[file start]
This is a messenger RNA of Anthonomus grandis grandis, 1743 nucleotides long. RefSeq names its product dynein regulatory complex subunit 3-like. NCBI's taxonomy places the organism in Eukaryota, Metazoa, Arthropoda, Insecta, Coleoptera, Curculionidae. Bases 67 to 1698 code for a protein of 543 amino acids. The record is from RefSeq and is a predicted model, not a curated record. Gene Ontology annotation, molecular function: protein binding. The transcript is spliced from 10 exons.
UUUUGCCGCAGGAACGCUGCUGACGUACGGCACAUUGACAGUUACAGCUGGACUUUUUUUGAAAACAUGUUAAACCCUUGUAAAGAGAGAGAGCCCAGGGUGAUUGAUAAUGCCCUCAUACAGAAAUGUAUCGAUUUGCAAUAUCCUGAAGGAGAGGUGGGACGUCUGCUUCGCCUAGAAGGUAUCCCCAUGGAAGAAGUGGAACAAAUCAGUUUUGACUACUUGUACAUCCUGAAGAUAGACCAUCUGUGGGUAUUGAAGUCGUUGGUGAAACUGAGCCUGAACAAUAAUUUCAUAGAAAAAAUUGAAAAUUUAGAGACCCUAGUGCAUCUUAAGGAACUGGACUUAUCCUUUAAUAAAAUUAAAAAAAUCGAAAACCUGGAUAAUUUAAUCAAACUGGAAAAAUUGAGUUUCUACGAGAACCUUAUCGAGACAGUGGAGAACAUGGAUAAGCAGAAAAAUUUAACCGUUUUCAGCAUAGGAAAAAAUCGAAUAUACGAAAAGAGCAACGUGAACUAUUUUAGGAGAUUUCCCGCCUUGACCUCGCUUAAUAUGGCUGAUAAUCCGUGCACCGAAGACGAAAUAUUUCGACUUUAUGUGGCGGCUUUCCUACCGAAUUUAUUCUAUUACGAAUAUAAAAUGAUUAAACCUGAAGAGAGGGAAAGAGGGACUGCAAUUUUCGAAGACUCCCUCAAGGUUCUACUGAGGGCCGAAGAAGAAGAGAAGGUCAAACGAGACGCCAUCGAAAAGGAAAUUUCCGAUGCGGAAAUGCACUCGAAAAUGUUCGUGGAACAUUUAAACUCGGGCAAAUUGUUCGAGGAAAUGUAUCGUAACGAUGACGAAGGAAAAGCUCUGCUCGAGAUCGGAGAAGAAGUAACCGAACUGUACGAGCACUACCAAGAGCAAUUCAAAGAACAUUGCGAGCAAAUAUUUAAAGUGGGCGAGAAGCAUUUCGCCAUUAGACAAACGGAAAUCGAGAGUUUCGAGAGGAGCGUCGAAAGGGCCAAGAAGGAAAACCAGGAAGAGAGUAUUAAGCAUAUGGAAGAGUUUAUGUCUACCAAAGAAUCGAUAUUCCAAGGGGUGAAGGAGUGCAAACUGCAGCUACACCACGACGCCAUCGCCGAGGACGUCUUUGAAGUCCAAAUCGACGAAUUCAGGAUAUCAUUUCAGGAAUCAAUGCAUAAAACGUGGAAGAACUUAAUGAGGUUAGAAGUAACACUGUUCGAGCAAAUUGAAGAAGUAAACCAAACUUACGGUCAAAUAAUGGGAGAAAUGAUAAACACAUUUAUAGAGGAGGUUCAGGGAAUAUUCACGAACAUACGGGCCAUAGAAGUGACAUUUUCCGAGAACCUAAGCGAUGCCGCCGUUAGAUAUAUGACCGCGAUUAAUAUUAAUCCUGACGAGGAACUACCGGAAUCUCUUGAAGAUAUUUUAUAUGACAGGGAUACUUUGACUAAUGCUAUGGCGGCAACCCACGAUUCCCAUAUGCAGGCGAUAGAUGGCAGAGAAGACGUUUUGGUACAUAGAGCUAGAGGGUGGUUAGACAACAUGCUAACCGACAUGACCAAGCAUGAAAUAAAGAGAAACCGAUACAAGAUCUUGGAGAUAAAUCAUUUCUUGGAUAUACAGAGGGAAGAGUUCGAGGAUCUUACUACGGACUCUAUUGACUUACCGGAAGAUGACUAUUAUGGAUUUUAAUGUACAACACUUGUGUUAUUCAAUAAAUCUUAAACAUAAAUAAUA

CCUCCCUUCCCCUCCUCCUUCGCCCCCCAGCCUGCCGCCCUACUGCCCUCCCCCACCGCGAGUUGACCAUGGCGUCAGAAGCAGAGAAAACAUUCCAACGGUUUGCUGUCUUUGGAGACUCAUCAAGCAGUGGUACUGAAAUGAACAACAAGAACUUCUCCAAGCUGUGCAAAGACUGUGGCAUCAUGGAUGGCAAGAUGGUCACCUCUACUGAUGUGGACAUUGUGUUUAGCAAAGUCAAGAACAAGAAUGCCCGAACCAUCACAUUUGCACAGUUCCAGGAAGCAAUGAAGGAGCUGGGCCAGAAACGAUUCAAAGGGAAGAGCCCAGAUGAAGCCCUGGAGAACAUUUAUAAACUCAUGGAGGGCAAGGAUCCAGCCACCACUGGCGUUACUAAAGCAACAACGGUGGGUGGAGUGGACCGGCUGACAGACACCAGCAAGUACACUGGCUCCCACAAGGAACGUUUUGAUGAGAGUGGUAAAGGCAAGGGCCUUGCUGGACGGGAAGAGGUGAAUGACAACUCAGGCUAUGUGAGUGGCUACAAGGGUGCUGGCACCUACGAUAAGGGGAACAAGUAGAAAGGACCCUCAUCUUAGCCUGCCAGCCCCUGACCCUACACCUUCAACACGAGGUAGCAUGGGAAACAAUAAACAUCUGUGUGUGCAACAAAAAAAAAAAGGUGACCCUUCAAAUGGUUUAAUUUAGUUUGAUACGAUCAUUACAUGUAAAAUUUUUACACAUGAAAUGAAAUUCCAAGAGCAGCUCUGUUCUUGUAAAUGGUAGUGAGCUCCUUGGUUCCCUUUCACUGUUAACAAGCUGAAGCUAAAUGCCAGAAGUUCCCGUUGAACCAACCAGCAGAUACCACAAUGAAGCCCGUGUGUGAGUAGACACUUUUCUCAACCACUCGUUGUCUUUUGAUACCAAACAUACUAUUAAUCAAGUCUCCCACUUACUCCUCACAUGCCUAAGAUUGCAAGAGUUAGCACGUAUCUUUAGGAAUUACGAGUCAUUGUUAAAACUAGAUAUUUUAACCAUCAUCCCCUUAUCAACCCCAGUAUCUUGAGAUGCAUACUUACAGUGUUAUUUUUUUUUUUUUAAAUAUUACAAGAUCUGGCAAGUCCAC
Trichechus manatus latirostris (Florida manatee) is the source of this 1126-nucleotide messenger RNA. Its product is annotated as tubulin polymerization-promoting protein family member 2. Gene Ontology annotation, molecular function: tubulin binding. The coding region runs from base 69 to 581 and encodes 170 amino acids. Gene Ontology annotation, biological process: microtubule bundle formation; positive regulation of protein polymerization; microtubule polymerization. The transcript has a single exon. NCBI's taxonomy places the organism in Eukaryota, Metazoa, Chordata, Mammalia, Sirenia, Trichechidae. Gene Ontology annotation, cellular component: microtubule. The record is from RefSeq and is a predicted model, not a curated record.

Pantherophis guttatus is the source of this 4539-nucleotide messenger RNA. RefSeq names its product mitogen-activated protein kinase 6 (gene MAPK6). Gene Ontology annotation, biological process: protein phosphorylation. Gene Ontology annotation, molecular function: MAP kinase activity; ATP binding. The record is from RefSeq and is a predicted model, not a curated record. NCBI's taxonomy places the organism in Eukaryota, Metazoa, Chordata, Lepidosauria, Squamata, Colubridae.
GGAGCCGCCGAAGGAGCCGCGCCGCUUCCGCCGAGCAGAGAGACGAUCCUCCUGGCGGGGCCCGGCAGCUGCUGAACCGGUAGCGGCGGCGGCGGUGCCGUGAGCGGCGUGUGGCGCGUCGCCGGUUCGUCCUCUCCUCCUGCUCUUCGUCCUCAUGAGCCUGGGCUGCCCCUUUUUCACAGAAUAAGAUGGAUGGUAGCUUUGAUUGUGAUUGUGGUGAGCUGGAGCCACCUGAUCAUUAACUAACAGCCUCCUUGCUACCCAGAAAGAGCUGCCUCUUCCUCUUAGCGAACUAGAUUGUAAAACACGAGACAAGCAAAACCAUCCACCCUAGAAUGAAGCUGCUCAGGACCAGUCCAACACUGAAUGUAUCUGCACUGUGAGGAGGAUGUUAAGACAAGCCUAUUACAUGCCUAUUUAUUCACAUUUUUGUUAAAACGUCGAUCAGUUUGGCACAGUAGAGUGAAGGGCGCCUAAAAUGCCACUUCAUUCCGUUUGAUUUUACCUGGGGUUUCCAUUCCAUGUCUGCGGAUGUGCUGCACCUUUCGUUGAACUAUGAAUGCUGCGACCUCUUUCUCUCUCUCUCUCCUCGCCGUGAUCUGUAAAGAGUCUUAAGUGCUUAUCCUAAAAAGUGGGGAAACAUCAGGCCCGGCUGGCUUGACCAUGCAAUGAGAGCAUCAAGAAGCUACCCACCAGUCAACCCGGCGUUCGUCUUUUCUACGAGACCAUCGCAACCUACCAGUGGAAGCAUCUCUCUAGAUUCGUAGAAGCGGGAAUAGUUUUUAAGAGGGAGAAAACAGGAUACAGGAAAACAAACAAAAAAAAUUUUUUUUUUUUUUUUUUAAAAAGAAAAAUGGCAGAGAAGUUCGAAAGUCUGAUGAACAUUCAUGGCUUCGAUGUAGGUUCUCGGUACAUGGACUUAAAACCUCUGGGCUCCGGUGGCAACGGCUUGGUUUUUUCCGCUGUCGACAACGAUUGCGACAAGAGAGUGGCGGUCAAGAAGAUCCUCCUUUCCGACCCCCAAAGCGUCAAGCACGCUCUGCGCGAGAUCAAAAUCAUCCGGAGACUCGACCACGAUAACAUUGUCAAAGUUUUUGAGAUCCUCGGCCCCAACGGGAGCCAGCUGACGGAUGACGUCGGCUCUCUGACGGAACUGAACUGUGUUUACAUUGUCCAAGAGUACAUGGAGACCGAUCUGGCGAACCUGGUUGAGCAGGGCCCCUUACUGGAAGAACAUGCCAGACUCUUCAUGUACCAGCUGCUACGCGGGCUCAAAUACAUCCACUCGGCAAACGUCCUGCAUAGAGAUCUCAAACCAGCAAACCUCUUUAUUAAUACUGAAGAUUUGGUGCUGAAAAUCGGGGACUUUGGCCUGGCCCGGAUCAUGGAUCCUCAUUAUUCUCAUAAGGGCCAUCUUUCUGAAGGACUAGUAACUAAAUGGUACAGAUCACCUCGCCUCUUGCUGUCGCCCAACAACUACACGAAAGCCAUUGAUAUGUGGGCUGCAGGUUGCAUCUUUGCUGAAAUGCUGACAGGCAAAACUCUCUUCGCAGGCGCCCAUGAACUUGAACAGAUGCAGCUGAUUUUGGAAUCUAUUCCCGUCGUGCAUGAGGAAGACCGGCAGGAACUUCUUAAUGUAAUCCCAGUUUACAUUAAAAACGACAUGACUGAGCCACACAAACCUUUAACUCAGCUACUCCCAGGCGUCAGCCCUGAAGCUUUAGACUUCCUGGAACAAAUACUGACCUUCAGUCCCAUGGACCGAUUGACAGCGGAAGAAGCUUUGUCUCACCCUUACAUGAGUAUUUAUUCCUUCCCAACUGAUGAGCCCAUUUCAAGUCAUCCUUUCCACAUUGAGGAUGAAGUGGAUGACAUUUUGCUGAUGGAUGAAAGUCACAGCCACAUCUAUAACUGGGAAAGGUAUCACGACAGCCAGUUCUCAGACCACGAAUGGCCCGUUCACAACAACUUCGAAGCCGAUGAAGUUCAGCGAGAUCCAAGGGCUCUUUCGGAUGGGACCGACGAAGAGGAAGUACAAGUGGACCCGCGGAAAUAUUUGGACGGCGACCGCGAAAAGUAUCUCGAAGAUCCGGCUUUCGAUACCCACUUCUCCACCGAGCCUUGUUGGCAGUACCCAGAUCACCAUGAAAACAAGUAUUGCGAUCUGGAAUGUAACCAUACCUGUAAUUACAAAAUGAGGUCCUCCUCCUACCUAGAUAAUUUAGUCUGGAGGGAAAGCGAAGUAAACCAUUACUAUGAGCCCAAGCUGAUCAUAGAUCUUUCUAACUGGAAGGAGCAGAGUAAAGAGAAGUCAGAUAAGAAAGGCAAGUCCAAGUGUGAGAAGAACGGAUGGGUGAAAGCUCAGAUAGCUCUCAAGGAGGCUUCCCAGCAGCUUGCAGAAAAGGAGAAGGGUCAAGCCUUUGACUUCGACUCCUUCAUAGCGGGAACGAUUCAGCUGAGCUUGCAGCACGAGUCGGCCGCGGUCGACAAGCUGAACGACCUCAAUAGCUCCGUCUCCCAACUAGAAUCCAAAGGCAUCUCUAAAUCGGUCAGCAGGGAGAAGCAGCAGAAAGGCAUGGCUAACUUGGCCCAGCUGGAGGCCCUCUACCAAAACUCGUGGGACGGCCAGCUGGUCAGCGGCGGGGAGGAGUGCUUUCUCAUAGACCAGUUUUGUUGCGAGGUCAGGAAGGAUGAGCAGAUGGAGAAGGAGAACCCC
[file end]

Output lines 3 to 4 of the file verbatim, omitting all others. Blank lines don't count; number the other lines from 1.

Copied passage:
CCUCCCUUCCCCUCCUCCUUCGCCCCCCAGCCUGCCGCCCUACUGCCCUCCCCCACCGCGAGUUGACCAUGGCGUCAGAAGCAGAGAAAACAUUCCAACGGUUUGCUGUCUUUGGAGACUCAUCAAGCAGUGGUACUGAAAUGAACAACAAGAACUUCUCCAAGCUGUGCAAAGACUGUGGCAUCAUGGAUGGCAAGAUGGUCACCUCUACUGAUGUGGACAUUGUGUUUAGCAAAGUCAAGAACAAGAAUGCCCGAACCAUCACAUUUGCACAGUUCCAGGAAGCAAUGAAGGAGCUGGGCCAGAAACGAUUCAAAGGGAAGAGCCCAGAUGAAGCCCUGGAGAACAUUUAUAAACUCAUGGAGGGCAAGGAUCCAGCCACCACUGGCGUUACUAAAGCAACAACGGUGGGUGGAGUGGACCGGCUGACAGACACCAGCAAGUACACUGGCUCCCACAAGGAACGUUUUGAUGAGAGUGGUAAAGGCAAGGGCCUUGCUGGACGGGAAGAGGUGAAUGACAACUCAGGCUAUGUGAGUGGCUACAAGGGUGCUGGCACCUACGAUAAGGGGAACAAGUAGAAAGGACCCUCAUCUUAGCCUGCCAGCCCCUGACCCUACACCUUCAACACGAGGUAGCAUGGGAAACAAUAAACAUCUGUGUGUGCAACAAAAAAAAAAAGGUGACCCUUCAAAUGGUUUAAUUUAGUUUGAUACGAUCAUUACAUGUAAAAUUUUUACACAUGAAAUGAAAUUCCAAGAGCAGCUCUGUUCUUGUAAAUGGUAGUGAGCUCCUUGGUUCCCUUUCACUGUUAACAAGCUGAAGCUAAAUGCCAGAAGUUCCCGUUGAACCAACCAGCAGAUACCACAAUGAAGCCCGUGUGUGAGUAGACACUUUUCUCAACCACUCGUUGUCUUUUGAUACCAAACAUACUAUUAAUCAAGUCUCCCACUUACUCCUCACAUGCCUAAGAUUGCAAGAGUUAGCACGUAUCUUUAGGAAUUACGAGUCAUUGUUAAAACUAGAUAUUUUAACCAUCAUCCCCUUAUCAACCCCAGUAUCUUGAGAUGCAUACUUACAGUGUUAUUUUUUUUUUUUUAAAUAUUACAAGAUCUGGCAAGUCCAC
Trichechus manatus latirostris (Florida manatee) is the source of this 1126-nucleotide messenger RNA. Its product is annotated as tubulin polymerization-promoting protein family member 2. Gene Ontology annotation, molecular function: tubulin binding. The coding region runs from base 69 to 581 and encodes 170 amino acids. Gene Ontology annotation, biological process: microtubule bundle formation; positive regulation of protein polymerization; microtubule polymerization. The transcript has a single exon. NCBI's taxonomy places the organism in Eukaryota, Metazoa, Chordata, Mammalia, Sirenia, Trichechidae. Gene Ontology annotation, cellular component: microtubule. The record is from RefSeq and is a predicted model, not a curated record.